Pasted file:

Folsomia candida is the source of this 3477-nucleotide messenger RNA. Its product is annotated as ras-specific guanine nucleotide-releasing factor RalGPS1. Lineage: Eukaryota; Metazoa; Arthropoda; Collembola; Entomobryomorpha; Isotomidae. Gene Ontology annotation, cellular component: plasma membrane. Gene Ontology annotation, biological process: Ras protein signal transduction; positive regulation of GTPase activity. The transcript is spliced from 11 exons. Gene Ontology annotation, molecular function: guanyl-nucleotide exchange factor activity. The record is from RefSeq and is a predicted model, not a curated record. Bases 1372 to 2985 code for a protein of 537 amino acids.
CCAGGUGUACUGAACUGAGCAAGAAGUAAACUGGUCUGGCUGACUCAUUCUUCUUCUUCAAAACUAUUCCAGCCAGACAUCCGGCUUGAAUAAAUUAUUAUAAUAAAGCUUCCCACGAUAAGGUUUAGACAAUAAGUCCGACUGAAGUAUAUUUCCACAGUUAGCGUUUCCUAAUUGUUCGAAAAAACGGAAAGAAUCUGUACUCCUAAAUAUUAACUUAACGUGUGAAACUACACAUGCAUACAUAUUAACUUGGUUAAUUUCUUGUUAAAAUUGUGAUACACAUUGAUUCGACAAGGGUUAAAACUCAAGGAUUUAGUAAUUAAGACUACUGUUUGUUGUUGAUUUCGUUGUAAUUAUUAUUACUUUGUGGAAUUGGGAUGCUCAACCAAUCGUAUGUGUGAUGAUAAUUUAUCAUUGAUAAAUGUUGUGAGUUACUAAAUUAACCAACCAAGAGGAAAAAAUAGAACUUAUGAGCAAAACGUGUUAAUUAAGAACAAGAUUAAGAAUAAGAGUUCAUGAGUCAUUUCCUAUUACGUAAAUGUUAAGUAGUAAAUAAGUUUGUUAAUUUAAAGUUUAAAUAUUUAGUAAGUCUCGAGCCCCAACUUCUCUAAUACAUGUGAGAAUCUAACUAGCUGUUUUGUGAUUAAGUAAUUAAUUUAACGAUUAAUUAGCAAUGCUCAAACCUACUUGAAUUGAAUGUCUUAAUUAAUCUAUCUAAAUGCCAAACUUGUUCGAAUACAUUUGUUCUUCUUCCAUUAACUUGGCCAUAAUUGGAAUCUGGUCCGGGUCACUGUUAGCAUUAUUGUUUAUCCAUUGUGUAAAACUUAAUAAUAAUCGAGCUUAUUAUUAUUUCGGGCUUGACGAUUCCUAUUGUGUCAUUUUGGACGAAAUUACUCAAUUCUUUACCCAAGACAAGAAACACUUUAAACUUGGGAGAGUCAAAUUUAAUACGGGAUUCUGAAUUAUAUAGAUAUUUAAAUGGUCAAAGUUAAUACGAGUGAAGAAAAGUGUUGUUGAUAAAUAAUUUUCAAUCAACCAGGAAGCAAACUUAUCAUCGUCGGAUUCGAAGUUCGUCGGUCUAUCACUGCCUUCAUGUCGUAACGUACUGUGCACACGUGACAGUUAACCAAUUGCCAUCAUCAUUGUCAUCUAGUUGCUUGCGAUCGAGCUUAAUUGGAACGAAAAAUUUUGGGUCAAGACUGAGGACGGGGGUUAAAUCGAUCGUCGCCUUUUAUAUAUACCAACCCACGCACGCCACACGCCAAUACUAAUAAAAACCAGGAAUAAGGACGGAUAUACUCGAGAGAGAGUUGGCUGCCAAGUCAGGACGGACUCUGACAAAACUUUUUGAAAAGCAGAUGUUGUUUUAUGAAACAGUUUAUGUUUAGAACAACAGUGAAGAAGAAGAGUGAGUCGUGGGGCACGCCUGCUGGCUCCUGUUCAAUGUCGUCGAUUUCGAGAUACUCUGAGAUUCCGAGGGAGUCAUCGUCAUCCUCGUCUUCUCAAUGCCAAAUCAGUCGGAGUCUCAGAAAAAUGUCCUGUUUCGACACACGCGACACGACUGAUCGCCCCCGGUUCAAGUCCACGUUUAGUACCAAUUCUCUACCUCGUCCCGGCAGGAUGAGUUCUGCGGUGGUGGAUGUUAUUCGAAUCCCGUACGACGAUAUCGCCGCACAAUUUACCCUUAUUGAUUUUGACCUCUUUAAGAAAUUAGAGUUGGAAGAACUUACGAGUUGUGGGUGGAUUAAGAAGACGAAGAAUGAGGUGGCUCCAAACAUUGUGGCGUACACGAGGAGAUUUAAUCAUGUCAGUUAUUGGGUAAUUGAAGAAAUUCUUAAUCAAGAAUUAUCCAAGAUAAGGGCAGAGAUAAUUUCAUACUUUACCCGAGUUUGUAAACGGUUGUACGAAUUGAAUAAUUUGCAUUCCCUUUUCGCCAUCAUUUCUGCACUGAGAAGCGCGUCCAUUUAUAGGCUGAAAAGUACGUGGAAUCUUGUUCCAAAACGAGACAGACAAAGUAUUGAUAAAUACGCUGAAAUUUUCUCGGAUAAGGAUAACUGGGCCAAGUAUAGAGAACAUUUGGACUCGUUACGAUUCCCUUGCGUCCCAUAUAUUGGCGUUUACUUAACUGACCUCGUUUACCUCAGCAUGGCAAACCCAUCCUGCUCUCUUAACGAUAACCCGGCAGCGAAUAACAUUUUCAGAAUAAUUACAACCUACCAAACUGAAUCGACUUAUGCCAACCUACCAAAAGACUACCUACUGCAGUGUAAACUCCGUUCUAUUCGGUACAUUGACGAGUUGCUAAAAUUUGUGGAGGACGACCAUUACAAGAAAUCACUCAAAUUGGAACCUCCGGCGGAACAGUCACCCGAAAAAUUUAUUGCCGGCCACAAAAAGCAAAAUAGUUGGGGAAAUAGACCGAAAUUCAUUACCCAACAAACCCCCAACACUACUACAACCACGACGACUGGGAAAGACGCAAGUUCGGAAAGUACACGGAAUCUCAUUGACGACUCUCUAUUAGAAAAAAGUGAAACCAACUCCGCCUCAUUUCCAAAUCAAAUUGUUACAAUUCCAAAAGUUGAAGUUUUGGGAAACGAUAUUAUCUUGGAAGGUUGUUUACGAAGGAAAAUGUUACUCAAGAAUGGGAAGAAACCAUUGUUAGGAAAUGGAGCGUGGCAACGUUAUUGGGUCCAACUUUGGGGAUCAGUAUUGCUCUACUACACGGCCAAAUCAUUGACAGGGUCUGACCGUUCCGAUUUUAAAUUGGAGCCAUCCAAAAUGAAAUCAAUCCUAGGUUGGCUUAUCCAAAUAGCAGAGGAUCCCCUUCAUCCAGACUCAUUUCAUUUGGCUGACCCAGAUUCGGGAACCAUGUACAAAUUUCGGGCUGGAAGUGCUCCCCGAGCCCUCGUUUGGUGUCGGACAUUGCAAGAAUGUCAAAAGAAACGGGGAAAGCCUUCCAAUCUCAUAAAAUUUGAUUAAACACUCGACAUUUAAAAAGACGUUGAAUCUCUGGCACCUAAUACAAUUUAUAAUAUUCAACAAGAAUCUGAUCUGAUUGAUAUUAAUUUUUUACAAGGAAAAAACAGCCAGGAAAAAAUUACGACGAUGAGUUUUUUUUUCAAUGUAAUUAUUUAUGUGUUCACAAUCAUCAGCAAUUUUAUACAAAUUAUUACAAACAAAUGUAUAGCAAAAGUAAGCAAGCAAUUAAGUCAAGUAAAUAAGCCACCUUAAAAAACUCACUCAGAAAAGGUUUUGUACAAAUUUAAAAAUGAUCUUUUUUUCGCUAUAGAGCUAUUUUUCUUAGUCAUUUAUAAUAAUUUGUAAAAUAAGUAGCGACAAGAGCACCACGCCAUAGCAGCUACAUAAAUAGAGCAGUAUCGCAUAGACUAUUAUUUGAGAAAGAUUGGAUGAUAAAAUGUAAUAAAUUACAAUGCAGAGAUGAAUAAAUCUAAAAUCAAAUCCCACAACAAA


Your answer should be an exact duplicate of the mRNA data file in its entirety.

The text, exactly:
Folsomia candida is the source of this 3477-nucleotide messenger RNA. Its product is annotated as ras-specific guanine nucleotide-releasing factor RalGPS1. Lineage: Eukaryota; Metazoa; Arthropoda; Collembola; Entomobryomorpha; Isotomidae. Gene Ontology annotation, cellular component: plasma membrane. Gene Ontology annotation, biological process: Ras protein signal transduction; positive regulation of GTPase activity. The transcript is spliced from 11 exons. Gene Ontology annotation, molecular function: guanyl-nucleotide exchange factor activity. The record is from RefSeq and is a predicted model, not a curated record. Bases 1372 to 2985 code for a protein of 537 amino acids.
CCAGGUGUACUGAACUGAGCAAGAAGUAAACUGGUCUGGCUGACUCAUUCUUCUUCUUCAAAACUAUUCCAGCCAGACAUCCGGCUUGAAUAAAUUAUUAUAAUAAAGCUUCCCACGAUAAGGUUUAGACAAUAAGUCCGACUGAAGUAUAUUUCCACAGUUAGCGUUUCCUAAUUGUUCGAAAAAACGGAAAGAAUCUGUACUCCUAAAUAUUAACUUAACGUGUGAAACUACACAUGCAUACAUAUUAACUUGGUUAAUUUCUUGUUAAAAUUGUGAUACACAUUGAUUCGACAAGGGUUAAAACUCAAGGAUUUAGUAAUUAAGACUACUGUUUGUUGUUGAUUUCGUUGUAAUUAUUAUUACUUUGUGGAAUUGGGAUGCUCAACCAAUCGUAUGUGUGAUGAUAAUUUAUCAUUGAUAAAUGUUGUGAGUUACUAAAUUAACCAACCAAGAGGAAAAAAUAGAACUUAUGAGCAAAACGUGUUAAUUAAGAACAAGAUUAAGAAUAAGAGUUCAUGAGUCAUUUCCUAUUACGUAAAUGUUAAGUAGUAAAUAAGUUUGUUAAUUUAAAGUUUAAAUAUUUAGUAAGUCUCGAGCCCCAACUUCUCUAAUACAUGUGAGAAUCUAACUAGCUGUUUUGUGAUUAAGUAAUUAAUUUAACGAUUAAUUAGCAAUGCUCAAACCUACUUGAAUUGAAUGUCUUAAUUAAUCUAUCUAAAUGCCAAACUUGUUCGAAUACAUUUGUUCUUCUUCCAUUAACUUGGCCAUAAUUGGAAUCUGGUCCGGGUCACUGUUAGCAUUAUUGUUUAUCCAUUGUGUAAAACUUAAUAAUAAUCGAGCUUAUUAUUAUUUCGGGCUUGACGAUUCCUAUUGUGUCAUUUUGGACGAAAUUACUCAAUUCUUUACCCAAGACAAGAAACACUUUAAACUUGGGAGAGUCAAAUUUAAUACGGGAUUCUGAAUUAUAUAGAUAUUUAAAUGGUCAAAGUUAAUACGAGUGAAGAAAAGUGUUGUUGAUAAAUAAUUUUCAAUCAACCAGGAAGCAAACUUAUCAUCGUCGGAUUCGAAGUUCGUCGGUCUAUCACUGCCUUCAUGUCGUAACGUACUGUGCACACGUGACAGUUAACCAAUUGCCAUCAUCAUUGUCAUCUAGUUGCUUGCGAUCGAGCUUAAUUGGAACGAAAAAUUUUGGGUCAAGACUGAGGACGGGGGUUAAAUCGAUCGUCGCCUUUUAUAUAUACCAACCCACGCACGCCACACGCCAAUACUAAUAAAAACCAGGAAUAAGGACGGAUAUACUCGAGAGAGAGUUGGCUGCCAAGUCAGGACGGACUCUGACAAAACUUUUUGAAAAGCAGAUGUUGUUUUAUGAAACAGUUUAUGUUUAGAACAACAGUGAAGAAGAAGAGUGAGUCGUGGGGCACGCCUGCUGGCUCCUGUUCAAUGUCGUCGAUUUCGAGAUACUCUGAGAUUCCGAGGGAGUCAUCGUCAUCCUCGUCUUCUCAAUGCCAAAUCAGUCGGAGUCUCAGAAAAAUGUCCUGUUUCGACACACGCGACACGACUGAUCGCCCCCGGUUCAAGUCCACGUUUAGUACCAAUUCUCUACCUCGUCCCGGCAGGAUGAGUUCUGCGGUGGUGGAUGUUAUUCGAAUCCCGUACGACGAUAUCGCCGCACAAUUUACCCUUAUUGAUUUUGACCUCUUUAAGAAAUUAGAGUUGGAAGAACUUACGAGUUGUGGGUGGAUUAAGAAGACGAAGAAUGAGGUGGCUCCAAACAUUGUGGCGUACACGAGGAGAUUUAAUCAUGUCAGUUAUUGGGUAAUUGAAGAAAUUCUUAAUCAAGAAUUAUCCAAGAUAAGGGCAGAGAUAAUUUCAUACUUUACCCGAGUUUGUAAACGGUUGUACGAAUUGAAUAAUUUGCAUUCCCUUUUCGCCAUCAUUUCUGCACUGAGAAGCGCGUCCAUUUAUAGGCUGAAAAGUACGUGGAAUCUUGUUCCAAAACGAGACAGACAAAGUAUUGAUAAAUACGCUGAAAUUUUCUCGGAUAAGGAUAACUGGGCCAAGUAUAGAGAACAUUUGGACUCGUUACGAUUCCCUUGCGUCCCAUAUAUUGGCGUUUACUUAACUGACCUCGUUUACCUCAGCAUGGCAAACCCAUCCUGCUCUCUUAACGAUAACCCGGCAGCGAAUAACAUUUUCAGAAUAAUUACAACCUACCAAACUGAAUCGACUUAUGCCAACCUACCAAAAGACUACCUACUGCAGUGUAAACUCCGUUCUAUUCGGUACAUUGACGAGUUGCUAAAAUUUGUGGAGGACGACCAUUACAAGAAAUCACUCAAAUUGGAACCUCCGGCGGAACAGUCACCCGAAAAAUUUAUUGCCGGCCACAAAAAGCAAAAUAGUUGGGGAAAUAGACCGAAAUUCAUUACCCAACAAACCCCCAACACUACUACAACCACGACGACUGGGAAAGACGCAAGUUCGGAAAGUACACGGAAUCUCAUUGACGACUCUCUAUUAGAAAAAAGUGAAACCAACUCCGCCUCAUUUCCAAAUCAAAUUGUUACAAUUCCAAAAGUUGAAGUUUUGGGAAACGAUAUUAUCUUGGAAGGUUGUUUACGAAGGAAAAUGUUACUCAAGAAUGGGAAGAAACCAUUGUUAGGAAAUGGAGCGUGGCAACGUUAUUGGGUCCAACUUUGGGGAUCAGUAUUGCUCUACUACACGGCCAAAUCAUUGACAGGGUCUGACCGUUCCGAUUUUAAAUUGGAGCCAUCCAAAAUGAAAUCAAUCCUAGGUUGGCUUAUCCAAAUAGCAGAGGAUCCCCUUCAUCCAGACUCAUUUCAUUUGGCUGACCCAGAUUCGGGAACCAUGUACAAAUUUCGGGCUGGAAGUGCUCCCCGAGCCCUCGUUUGGUGUCGGACAUUGCAAGAAUGUCAAAAGAAACGGGGAAAGCCUUCCAAUCUCAUAAAAUUUGAUUAAACACUCGACAUUUAAAAAGACGUUGAAUCUCUGGCACCUAAUACAAUUUAUAAUAUUCAACAAGAAUCUGAUCUGAUUGAUAUUAAUUUUUUACAAGGAAAAAACAGCCAGGAAAAAAUUACGACGAUGAGUUUUUUUUUCAAUGUAAUUAUUUAUGUGUUCACAAUCAUCAGCAAUUUUAUACAAAUUAUUACAAACAAAUGUAUAGCAAAAGUAAGCAAGCAAUUAAGUCAAGUAAAUAAGCCACCUUAAAAAACUCACUCAGAAAAGGUUUUGUACAAAUUUAAAAAUGAUCUUUUUUUCGCUAUAGAGCUAUUUUUCUUAGUCAUUUAUAAUAAUUUGUAAAAUAAGUAGCGACAAGAGCACCACGCCAUAGCAGCUACAUAAAUAGAGCAGUAUCGCAUAGACUAUUAUUUGAGAAAGAUUGGAUGAUAAAAUGUAAUAAAUUACAAUGCAGAGAUGAAUAAAUCUAAAAUCAAAUCCCACAACAAA